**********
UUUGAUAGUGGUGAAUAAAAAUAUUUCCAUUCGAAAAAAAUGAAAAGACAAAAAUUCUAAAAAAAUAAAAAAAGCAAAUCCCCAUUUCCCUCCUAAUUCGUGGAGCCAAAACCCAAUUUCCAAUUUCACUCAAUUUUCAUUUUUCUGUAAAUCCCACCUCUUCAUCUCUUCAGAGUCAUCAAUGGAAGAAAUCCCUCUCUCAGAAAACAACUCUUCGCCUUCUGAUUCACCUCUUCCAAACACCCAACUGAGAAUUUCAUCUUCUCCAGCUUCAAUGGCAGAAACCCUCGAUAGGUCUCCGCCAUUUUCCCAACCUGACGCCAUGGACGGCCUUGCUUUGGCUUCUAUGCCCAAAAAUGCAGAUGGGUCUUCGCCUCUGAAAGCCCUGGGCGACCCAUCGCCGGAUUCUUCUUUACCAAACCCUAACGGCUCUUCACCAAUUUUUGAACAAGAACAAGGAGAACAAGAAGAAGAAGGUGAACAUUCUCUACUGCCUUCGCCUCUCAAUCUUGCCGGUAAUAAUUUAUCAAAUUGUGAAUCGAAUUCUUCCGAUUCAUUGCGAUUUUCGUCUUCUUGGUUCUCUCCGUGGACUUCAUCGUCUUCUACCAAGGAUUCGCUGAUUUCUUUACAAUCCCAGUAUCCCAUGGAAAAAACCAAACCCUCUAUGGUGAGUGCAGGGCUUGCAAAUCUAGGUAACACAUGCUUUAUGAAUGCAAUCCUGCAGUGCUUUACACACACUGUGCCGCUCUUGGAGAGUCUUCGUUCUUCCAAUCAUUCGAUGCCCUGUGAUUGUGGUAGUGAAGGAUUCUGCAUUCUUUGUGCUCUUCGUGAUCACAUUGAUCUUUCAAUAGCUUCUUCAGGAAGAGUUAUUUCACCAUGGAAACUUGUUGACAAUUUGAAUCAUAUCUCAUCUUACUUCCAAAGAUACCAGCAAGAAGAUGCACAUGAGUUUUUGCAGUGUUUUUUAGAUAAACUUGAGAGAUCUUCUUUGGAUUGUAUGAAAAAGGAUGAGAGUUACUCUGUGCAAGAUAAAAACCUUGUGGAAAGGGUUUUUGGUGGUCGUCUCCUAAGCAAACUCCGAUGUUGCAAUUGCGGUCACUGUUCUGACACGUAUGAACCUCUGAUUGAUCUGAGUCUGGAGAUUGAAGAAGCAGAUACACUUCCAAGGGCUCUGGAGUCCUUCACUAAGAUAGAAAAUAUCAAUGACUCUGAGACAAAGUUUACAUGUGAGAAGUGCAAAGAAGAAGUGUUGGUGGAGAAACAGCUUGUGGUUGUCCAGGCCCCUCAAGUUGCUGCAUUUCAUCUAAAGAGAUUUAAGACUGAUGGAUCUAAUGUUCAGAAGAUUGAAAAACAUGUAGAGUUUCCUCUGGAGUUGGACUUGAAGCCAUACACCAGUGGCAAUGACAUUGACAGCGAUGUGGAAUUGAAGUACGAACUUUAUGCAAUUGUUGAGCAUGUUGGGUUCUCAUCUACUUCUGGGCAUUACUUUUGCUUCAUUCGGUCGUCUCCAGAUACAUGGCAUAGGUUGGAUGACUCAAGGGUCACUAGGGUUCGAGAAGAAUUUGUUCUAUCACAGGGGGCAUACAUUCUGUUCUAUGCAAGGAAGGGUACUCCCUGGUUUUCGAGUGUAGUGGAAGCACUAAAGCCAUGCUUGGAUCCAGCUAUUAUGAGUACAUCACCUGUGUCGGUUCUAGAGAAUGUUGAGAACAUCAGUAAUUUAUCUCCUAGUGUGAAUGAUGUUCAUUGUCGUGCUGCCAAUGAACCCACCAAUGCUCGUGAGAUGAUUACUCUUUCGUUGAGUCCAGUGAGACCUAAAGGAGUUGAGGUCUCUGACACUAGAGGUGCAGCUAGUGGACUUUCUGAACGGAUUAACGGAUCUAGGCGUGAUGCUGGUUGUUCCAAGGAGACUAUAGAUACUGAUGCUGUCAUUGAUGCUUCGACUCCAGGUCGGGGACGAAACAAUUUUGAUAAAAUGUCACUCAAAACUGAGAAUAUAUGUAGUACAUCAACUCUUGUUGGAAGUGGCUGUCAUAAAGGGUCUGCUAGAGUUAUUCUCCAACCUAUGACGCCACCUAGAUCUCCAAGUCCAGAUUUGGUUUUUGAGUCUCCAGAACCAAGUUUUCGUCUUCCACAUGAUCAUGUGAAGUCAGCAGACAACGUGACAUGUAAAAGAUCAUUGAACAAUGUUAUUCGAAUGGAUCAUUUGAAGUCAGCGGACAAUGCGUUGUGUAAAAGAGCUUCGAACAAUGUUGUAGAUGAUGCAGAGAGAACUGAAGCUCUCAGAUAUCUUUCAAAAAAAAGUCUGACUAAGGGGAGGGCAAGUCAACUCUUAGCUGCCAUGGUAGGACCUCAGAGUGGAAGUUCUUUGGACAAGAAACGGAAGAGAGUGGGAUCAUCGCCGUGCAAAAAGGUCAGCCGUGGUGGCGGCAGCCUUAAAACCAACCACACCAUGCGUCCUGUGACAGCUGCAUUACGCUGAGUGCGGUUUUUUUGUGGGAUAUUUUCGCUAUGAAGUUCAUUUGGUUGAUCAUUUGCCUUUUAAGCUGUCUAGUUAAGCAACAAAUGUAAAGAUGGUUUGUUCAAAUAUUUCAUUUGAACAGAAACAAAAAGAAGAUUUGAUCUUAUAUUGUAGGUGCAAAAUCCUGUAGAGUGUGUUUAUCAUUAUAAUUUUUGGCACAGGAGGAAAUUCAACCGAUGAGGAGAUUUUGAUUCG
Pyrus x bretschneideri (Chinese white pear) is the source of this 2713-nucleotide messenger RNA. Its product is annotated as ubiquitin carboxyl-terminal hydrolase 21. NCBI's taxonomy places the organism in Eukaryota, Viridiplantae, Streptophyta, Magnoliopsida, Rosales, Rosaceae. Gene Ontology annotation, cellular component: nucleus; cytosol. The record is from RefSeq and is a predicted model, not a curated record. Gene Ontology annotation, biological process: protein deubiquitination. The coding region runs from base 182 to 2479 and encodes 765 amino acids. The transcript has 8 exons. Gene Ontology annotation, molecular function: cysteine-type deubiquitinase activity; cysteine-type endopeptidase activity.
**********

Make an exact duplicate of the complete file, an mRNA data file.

UUUGAUAGUGGUGAAUAAAAAUAUUUCCAUUCGAAAAAAAUGAAAAGACAAAAAUUCUAAAAAAAUAAAAAAAGCAAAUCCCCAUUUCCCUCCUAAUUCGUGGAGCCAAAACCCAAUUUCCAAUUUCACUCAAUUUUCAUUUUUCUGUAAAUCCCACCUCUUCAUCUCUUCAGAGUCAUCAAUGGAAGAAAUCCCUCUCUCAGAAAACAACUCUUCGCCUUCUGAUUCACCUCUUCCAAACACCCAACUGAGAAUUUCAUCUUCUCCAGCUUCAAUGGCAGAAACCCUCGAUAGGUCUCCGCCAUUUUCCCAACCUGACGCCAUGGACGGCCUUGCUUUGGCUUCUAUGCCCAAAAAUGCAGAUGGGUCUUCGCCUCUGAAAGCCCUGGGCGACCCAUCGCCGGAUUCUUCUUUACCAAACCCUAACGGCUCUUCACCAAUUUUUGAACAAGAACAAGGAGAACAAGAAGAAGAAGGUGAACAUUCUCUACUGCCUUCGCCUCUCAAUCUUGCCGGUAAUAAUUUAUCAAAUUGUGAAUCGAAUUCUUCCGAUUCAUUGCGAUUUUCGUCUUCUUGGUUCUCUCCGUGGACUUCAUCGUCUUCUACCAAGGAUUCGCUGAUUUCUUUACAAUCCCAGUAUCCCAUGGAAAAAACCAAACCCUCUAUGGUGAGUGCAGGGCUUGCAAAUCUAGGUAACACAUGCUUUAUGAAUGCAAUCCUGCAGUGCUUUACACACACUGUGCCGCUCUUGGAGAGUCUUCGUUCUUCCAAUCAUUCGAUGCCCUGUGAUUGUGGUAGUGAAGGAUUCUGCAUUCUUUGUGCUCUUCGUGAUCACAUUGAUCUUUCAAUAGCUUCUUCAGGAAGAGUUAUUUCACCAUGGAAACUUGUUGACAAUUUGAAUCAUAUCUCAUCUUACUUCCAAAGAUACCAGCAAGAAGAUGCACAUGAGUUUUUGCAGUGUUUUUUAGAUAAACUUGAGAGAUCUUCUUUGGAUUGUAUGAAAAAGGAUGAGAGUUACUCUGUGCAAGAUAAAAACCUUGUGGAAAGGGUUUUUGGUGGUCGUCUCCUAAGCAAACUCCGAUGUUGCAAUUGCGGUCACUGUUCUGACACGUAUGAACCUCUGAUUGAUCUGAGUCUGGAGAUUGAAGAAGCAGAUACACUUCCAAGGGCUCUGGAGUCCUUCACUAAGAUAGAAAAUAUCAAUGACUCUGAGACAAAGUUUACAUGUGAGAAGUGCAAAGAAGAAGUGUUGGUGGAGAAACAGCUUGUGGUUGUCCAGGCCCCUCAAGUUGCUGCAUUUCAUCUAAAGAGAUUUAAGACUGAUGGAUCUAAUGUUCAGAAGAUUGAAAAACAUGUAGAGUUUCCUCUGGAGUUGGACUUGAAGCCAUACACCAGUGGCAAUGACAUUGACAGCGAUGUGGAAUUGAAGUACGAACUUUAUGCAAUUGUUGAGCAUGUUGGGUUCUCAUCUACUUCUGGGCAUUACUUUUGCUUCAUUCGGUCGUCUCCAGAUACAUGGCAUAGGUUGGAUGACUCAAGGGUCACUAGGGUUCGAGAAGAAUUUGUUCUAUCACAGGGGGCAUACAUUCUGUUCUAUGCAAGGAAGGGUACUCCCUGGUUUUCGAGUGUAGUGGAAGCACUAAAGCCAUGCUUGGAUCCAGCUAUUAUGAGUACAUCACCUGUGUCGGUUCUAGAGAAUGUUGAGAACAUCAGUAAUUUAUCUCCUAGUGUGAAUGAUGUUCAUUGUCGUGCUGCCAAUGAACCCACCAAUGCUCGUGAGAUGAUUACUCUUUCGUUGAGUCCAGUGAGACCUAAAGGAGUUGAGGUCUCUGACACUAGAGGUGCAGCUAGUGGACUUUCUGAACGGAUUAACGGAUCUAGGCGUGAUGCUGGUUGUUCCAAGGAGACUAUAGAUACUGAUGCUGUCAUUGAUGCUUCGACUCCAGGUCGGGGACGAAACAAUUUUGAUAAAAUGUCACUCAAAACUGAGAAUAUAUGUAGUACAUCAACUCUUGUUGGAAGUGGCUGUCAUAAAGGGUCUGCUAGAGUUAUUCUCCAACCUAUGACGCCACCUAGAUCUCCAAGUCCAGAUUUGGUUUUUGAGUCUCCAGAACCAAGUUUUCGUCUUCCACAUGAUCAUGUGAAGUCAGCAGACAACGUGACAUGUAAAAGAUCAUUGAACAAUGUUAUUCGAAUGGAUCAUUUGAAGUCAGCGGACAAUGCGUUGUGUAAAAGAGCUUCGAACAAUGUUGUAGAUGAUGCAGAGAGAACUGAAGCUCUCAGAUAUCUUUCAAAAAAAAGUCUGACUAAGGGGAGGGCAAGUCAACUCUUAGCUGCCAUGGUAGGACCUCAGAGUGGAAGUUCUUUGGACAAGAAACGGAAGAGAGUGGGAUCAUCGCCGUGCAAAAAGGUCAGCCGUGGUGGCGGCAGCCUUAAAACCAACCACACCAUGCGUCCUGUGACAGCUGCAUUACGCUGAGUGCGGUUUUUUUGUGGGAUAUUUUCGCUAUGAAGUUCAUUUGGUUGAUCAUUUGCCUUUUAAGCUGUCUAGUUAAGCAACAAAUGUAAAGAUGGUUUGUUCAAAUAUUUCAUUUGAACAGAAACAAAAAGAAGAUUUGAUCUUAUAUUGUAGGUGCAAAAUCCUGUAGAGUGUGUUUAUCAUUAUAAUUUUUGGCACAGGAGGAAAUUCAACCGAUGAGGAGAUUUUGAUUCG
Pyrus x bretschneideri (Chinese white pear) is the source of this 2713-nucleotide messenger RNA. Its product is annotated as ubiquitin carboxyl-terminal hydrolase 21. NCBI's taxonomy places the organism in Eukaryota, Viridiplantae, Streptophyta, Magnoliopsida, Rosales, Rosaceae. Gene Ontology annotation, cellular component: nucleus; cytosol. The record is from RefSeq and is a predicted model, not a curated record. Gene Ontology annotation, biological process: protein deubiquitination. The coding region runs from base 182 to 2479 and encodes 765 amino acids. The transcript has 8 exons. Gene Ontology annotation, molecular function: cysteine-type deubiquitinase activity; cysteine-type endopeptidase activity.